Let there be no doubt:  Peace is inevitable.  There are powerful and caring people on both sides who are demanding an end to war.  These people light the path.


A happy and peaceful Jewish New Year to everyone.



Background:  All emails of the left in Israel are read by the Israeli authorities, therefore we sometimes do not announce the specific nature of the activity or the meeting point.  I have deleted phone numbers.


For those in Israel, a partial listing of events in the coming days:


18 September: Committee Against House Demolitions (Bat Shalom, Rabbis for Human Rights, Gush Shalom, Peace Now) Solidarity visit to the Jabber family near Hebron.


18-24 September: The Israeli Committee for Mordechai Vanunu and for a Middle East Free of Nuclear, Biological and Chemical Weapons – a week of international protest.


18 & 20 September: Yesh Gvul - conscientious objection to service in the occupied territories – dissemination of informational flyers in Jerusalem.


22 September: Hebron Solidarity Committee Vigil against apartheid policies in Hebron – action in Hebron.


25 September: Committee Against House Demolitions (Bat Shalom, Rabbis for Human Rights, Gush Shalom, Peace Now) – action at the Jabber home near Hebron.


27 September: Mothers and Women for Peace – seminar at Kibbutz Ha’Ogen.


6 October: Yesh Gvul - conscientious objection to service in the occupied territories – travel to settlements to distribute information and flyers.


6-8 October: Bat Shalom – north branch (Megiddo, Nazareth, and the Jezreel Valley region) Succat Shalom. A daily demonstration to protest the occupation followed by panel discussions featuring prominent Israeli Arab and Jewish women and an arts program.


16 October: The Rapprochement Dialogue Center with the Nablus-West Jerusalem Dialogue for Peace Picking Olives for Peace – Travel to Nablus to pick olives in the surrounding villages, followed by a joint picnic.  Israeli and Palestinian families together; children over 4 warmly invited.


*   *   *

October 20, 1998

Back to Zero Sum Games


The great change since Netanyahu has assumed leadership in Israel is that he has transformed the dynamic of politics with the Palestinians from a process of reconciliation to one of confrontation.  Like the bad old days.  With Netanyahu, we have returned to the zero sum game – the more they get, the more we lose.  How painfully obvious at the Wye Plantation these past few days.  What a loss for both our peoples.


This past week, two joint Israeli-Palestinian activities were cancelled – both were planned for sharing the work and pleasure of the olive picking harvest in two Palestinian villages.  These were pure co-existence activities, attempts to find our way back to each other, despite the political conflict around us.  A day or two prior to the events, the Israelis were called by the Palestinians and told, with apologies, not to come.  I believe that the reason we were disinvited was Hamas threats against those Palestinians who cooperate with Israelis.  This is a direct product of the stalemate in the peace process.  Palestinians who want to cooperate with Israelis now find it hard to justify the dialogue, not just to Hamas, but to moderate Palestinians as well.  And the extremist Palestinians, with their bombs and grenades, gain in sympathy and support.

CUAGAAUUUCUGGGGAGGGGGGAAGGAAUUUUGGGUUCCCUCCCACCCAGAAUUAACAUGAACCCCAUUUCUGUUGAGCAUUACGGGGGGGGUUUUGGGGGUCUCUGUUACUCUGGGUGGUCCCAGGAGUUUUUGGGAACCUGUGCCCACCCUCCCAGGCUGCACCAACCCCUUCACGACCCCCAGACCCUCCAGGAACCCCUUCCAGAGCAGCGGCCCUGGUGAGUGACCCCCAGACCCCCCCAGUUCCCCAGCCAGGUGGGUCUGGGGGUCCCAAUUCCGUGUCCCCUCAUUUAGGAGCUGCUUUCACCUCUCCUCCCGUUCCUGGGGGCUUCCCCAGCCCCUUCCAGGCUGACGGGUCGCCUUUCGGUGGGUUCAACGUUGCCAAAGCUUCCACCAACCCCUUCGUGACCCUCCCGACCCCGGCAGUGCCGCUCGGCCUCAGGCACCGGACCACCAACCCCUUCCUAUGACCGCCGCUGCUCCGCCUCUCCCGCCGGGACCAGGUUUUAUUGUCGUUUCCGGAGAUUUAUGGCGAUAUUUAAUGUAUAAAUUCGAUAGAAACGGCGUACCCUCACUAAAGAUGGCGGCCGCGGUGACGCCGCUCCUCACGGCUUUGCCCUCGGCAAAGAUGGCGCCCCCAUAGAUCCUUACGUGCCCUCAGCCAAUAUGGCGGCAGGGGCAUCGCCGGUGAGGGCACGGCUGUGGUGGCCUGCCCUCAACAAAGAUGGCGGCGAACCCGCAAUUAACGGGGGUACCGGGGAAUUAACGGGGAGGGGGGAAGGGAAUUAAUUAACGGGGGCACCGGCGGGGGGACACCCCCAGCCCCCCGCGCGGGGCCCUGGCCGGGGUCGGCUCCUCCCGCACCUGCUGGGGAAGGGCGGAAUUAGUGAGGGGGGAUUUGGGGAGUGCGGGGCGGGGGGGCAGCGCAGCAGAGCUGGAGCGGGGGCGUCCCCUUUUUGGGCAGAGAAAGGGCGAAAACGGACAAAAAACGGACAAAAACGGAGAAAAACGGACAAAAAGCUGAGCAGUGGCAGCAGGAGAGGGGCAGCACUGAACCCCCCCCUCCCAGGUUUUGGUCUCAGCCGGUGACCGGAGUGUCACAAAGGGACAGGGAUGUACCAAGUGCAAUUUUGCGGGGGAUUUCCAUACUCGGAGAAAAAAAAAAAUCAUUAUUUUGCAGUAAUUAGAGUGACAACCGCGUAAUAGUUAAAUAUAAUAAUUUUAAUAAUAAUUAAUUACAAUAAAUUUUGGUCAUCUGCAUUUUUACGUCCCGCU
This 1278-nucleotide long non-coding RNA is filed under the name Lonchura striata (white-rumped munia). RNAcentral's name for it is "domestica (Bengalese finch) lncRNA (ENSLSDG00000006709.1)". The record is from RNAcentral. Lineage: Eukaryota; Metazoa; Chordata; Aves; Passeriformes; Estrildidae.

This past week also saw settlers squatting in more buildings in East Jerusalem (the Sheikh Jarrah neighborhood).  They took over a building they claimed was once a synagogue, and refused to leave.  Peace Now called for a demonstration, and all the peace groups joined them, including Bat Shalom.  The settlers moved into a building in the heart of a Palestinian neighborhood, flew big Israeli flags from the roof, and say they will stay forever.  They were led by Knesset Member Benny Elon of the Moledet Party, a rabidly racist party.  They have the protection of the Israeli Border Patrol.  There were scuffles with Palestinians and peace protesters who tried to get them to leave, but the upshot, under this regime, is that they have political priority.  Yesterday they staged a religious festival at the site to nail down the arrogant point they were making.  We believe that until Jerusalem is shared – the sovereign capital of both Israel and Palestine – we will never have peace in this city.


One final discouraging word.  Two weeks ago, several women from Mothers and Women for Peace were attacked for carrying signs that said, “We have no spare children for wars.”  Their assailants were men who emerged from the Heikhal Shlomo Great Synagogue in Jerusalem.  One woman had her nose and a tooth broken, and required stitches on several areas of her face.  One of the chief rabbis who passed by the scene walked right on. Nor did he relate to the violence in any subsequent sermons.  Women from Bat Shalom and Women from Black will be joining them in a solidarity demonstration this Friday.


If you live in this country, come to the following activities.  We cannot afford the luxury of hopelessness, as my esteemed Palestinian colleague, Dr. Sumaya Farhat-Naser, always says.


Olive Picking Saturday, October 24

Come olive-picking at Mu’awiyyeh Village near Wadi ‘Ara on Saturday, the 24th of October.  This is being organized by a group of independent Jewish and Palestinian peace activists, all Israelis.